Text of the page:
In a statement, APS said that “in an abundance of caution” DOH is suggesting that students and staff who spent time on the Del Norte campus isolate themselves for up to 14 days from their last exposure and contact the state if symptoms surface and medical attention is needed. Symptoms can include fever, cough and shortness of breath.
Anyone with symptoms is asked to call the Health Department’s COVID-19 hotline at 855-600-3453.
Roughly 1,000 students attend Del Norte, located at Montgomery and San Mateo in the Northeast Heights. APS spokeswoman Monica Armenta said the school also has 234 staff, while Nex+gen has 294 students and 34 staff.
Citing patient privacy laws, state health officials won’t say whether they’re investigating any other cases where students at other schools in the state may have been exposed.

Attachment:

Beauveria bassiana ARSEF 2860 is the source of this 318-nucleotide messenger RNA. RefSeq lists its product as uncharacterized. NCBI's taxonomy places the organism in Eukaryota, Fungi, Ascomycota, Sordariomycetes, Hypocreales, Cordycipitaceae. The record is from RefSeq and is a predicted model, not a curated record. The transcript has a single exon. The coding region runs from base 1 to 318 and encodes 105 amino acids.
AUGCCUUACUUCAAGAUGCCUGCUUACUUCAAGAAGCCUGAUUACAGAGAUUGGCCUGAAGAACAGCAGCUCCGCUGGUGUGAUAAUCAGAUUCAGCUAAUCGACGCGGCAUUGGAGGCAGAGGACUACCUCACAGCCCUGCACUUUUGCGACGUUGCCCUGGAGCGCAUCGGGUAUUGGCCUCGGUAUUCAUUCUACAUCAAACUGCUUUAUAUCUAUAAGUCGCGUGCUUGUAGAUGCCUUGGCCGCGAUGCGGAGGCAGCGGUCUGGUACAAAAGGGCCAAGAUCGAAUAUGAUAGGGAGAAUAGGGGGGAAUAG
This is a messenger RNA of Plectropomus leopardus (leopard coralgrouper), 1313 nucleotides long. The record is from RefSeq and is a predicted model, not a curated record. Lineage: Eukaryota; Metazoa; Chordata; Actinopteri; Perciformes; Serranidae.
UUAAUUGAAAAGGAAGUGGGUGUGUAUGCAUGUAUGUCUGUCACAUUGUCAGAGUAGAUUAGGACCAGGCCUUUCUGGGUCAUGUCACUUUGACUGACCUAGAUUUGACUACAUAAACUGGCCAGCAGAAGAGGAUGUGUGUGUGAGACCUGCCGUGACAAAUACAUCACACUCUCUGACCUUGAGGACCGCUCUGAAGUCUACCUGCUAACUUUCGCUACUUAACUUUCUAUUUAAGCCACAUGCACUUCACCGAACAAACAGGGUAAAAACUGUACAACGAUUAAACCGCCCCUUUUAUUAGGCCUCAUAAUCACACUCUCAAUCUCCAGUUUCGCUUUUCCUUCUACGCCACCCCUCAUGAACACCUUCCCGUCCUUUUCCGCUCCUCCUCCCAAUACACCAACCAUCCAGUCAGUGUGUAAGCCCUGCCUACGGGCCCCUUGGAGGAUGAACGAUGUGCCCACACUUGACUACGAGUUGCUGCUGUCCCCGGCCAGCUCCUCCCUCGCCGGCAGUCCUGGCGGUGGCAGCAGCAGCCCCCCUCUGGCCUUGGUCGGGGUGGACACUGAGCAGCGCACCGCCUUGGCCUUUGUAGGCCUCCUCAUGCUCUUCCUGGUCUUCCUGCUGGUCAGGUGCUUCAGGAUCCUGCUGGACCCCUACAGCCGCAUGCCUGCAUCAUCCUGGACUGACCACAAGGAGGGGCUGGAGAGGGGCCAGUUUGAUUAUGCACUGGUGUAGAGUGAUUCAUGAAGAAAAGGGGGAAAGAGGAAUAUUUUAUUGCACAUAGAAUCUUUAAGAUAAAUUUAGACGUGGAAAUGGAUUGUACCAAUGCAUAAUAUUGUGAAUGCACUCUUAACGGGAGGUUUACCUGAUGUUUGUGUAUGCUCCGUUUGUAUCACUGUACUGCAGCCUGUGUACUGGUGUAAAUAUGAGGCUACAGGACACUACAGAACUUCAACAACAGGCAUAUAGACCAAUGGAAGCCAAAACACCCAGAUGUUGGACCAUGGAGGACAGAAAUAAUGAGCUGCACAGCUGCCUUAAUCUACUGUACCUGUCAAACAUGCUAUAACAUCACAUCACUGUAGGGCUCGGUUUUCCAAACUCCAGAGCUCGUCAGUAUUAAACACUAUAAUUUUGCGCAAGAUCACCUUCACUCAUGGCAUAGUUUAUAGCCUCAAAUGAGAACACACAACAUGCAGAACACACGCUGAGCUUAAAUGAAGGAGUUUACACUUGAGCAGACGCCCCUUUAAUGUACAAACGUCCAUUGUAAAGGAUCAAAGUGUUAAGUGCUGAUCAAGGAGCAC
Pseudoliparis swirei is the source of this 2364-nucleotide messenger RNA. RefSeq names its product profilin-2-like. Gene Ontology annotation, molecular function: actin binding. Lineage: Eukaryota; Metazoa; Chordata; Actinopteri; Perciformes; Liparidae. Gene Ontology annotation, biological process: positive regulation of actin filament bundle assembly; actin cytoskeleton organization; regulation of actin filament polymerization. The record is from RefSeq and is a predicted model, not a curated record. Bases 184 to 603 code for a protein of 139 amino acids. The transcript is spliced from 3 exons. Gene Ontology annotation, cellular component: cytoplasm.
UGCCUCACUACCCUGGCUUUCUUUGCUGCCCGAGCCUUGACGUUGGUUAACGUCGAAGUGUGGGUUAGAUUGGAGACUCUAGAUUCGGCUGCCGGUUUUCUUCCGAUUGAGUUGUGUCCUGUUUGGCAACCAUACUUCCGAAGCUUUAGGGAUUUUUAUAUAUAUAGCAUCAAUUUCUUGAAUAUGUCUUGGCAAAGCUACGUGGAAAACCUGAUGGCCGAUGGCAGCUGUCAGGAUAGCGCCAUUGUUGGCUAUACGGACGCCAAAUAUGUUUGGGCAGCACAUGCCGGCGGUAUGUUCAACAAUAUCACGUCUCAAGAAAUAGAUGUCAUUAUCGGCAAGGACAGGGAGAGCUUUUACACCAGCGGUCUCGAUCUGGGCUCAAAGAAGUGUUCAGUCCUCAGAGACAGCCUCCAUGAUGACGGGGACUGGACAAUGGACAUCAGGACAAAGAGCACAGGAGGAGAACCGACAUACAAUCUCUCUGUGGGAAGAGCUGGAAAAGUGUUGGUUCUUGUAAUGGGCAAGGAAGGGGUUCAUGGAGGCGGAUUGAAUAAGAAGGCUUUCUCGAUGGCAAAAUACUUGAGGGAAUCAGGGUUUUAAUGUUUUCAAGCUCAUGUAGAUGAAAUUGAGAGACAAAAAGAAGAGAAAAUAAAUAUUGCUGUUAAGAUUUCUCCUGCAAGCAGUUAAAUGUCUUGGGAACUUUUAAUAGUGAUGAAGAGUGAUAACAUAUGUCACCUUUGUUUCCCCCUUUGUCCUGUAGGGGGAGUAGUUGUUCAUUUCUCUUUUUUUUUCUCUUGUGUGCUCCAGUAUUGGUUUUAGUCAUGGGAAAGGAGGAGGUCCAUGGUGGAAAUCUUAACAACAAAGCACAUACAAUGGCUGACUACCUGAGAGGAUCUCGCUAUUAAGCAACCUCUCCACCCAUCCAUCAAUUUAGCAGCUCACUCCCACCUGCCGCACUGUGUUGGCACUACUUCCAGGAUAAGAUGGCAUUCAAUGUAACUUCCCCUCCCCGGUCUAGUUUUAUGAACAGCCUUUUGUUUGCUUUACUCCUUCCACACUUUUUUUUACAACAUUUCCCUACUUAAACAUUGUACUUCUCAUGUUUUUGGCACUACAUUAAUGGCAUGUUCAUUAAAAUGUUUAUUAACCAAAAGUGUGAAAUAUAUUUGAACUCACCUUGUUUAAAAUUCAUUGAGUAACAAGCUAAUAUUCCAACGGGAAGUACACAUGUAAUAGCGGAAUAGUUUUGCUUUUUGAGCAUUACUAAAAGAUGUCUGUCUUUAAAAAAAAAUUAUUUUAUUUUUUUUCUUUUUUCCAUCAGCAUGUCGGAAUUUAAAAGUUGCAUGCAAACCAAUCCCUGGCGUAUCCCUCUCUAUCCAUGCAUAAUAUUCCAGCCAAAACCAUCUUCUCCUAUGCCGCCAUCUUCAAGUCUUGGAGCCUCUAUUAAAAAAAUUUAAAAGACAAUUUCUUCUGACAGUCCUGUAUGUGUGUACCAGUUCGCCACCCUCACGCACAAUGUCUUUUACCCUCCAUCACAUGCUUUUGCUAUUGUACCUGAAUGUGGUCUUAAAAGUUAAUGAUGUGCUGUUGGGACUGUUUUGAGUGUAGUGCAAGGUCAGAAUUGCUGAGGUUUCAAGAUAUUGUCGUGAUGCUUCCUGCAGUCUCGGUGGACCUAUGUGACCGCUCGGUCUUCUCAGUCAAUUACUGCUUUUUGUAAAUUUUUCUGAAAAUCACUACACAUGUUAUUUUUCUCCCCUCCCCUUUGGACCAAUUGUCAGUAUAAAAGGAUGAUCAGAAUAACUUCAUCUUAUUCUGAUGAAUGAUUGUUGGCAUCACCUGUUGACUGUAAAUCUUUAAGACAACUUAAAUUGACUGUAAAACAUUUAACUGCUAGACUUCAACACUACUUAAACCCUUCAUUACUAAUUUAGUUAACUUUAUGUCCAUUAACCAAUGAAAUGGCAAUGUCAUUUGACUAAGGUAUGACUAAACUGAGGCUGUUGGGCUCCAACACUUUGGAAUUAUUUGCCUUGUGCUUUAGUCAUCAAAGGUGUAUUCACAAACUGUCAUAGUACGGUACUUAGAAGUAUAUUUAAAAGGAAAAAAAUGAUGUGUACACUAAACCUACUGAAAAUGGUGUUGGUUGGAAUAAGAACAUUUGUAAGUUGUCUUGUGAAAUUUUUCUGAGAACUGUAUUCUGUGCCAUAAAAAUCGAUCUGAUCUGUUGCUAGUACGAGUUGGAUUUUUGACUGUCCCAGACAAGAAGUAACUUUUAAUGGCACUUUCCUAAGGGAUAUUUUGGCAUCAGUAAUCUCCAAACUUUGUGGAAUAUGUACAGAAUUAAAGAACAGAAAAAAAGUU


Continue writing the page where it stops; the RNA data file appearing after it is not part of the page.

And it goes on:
“The New Mexico Department of Health does extensive investigations when a person tests positive for COVID-19,” David Morgan, a spokesman for the Health Department, told the Journal. “If someone who tested positive for COVID-19 had attended school, NMDOH may have contacted the school district and school administration with guidance as to how to proceed in aiding our contact investigations.”
Of the 14 new cases of COVID-19 in New Mexico, nine are in Bernalillo County. Besides the infant, they are: a woman in her 70s; a woman in her 60s; two men in their 40s; two men in their 30s; a woman in her 30s; and a woman in her 20s.
The other new positive cases are:
• A woman in her 20s in Doña Ana County
• A man in his 70s in Lea County
• A woman in her 40s in Sandoval County
• A man in his 50s in Santa Fe County
• And a woman in her 50s in Taos County.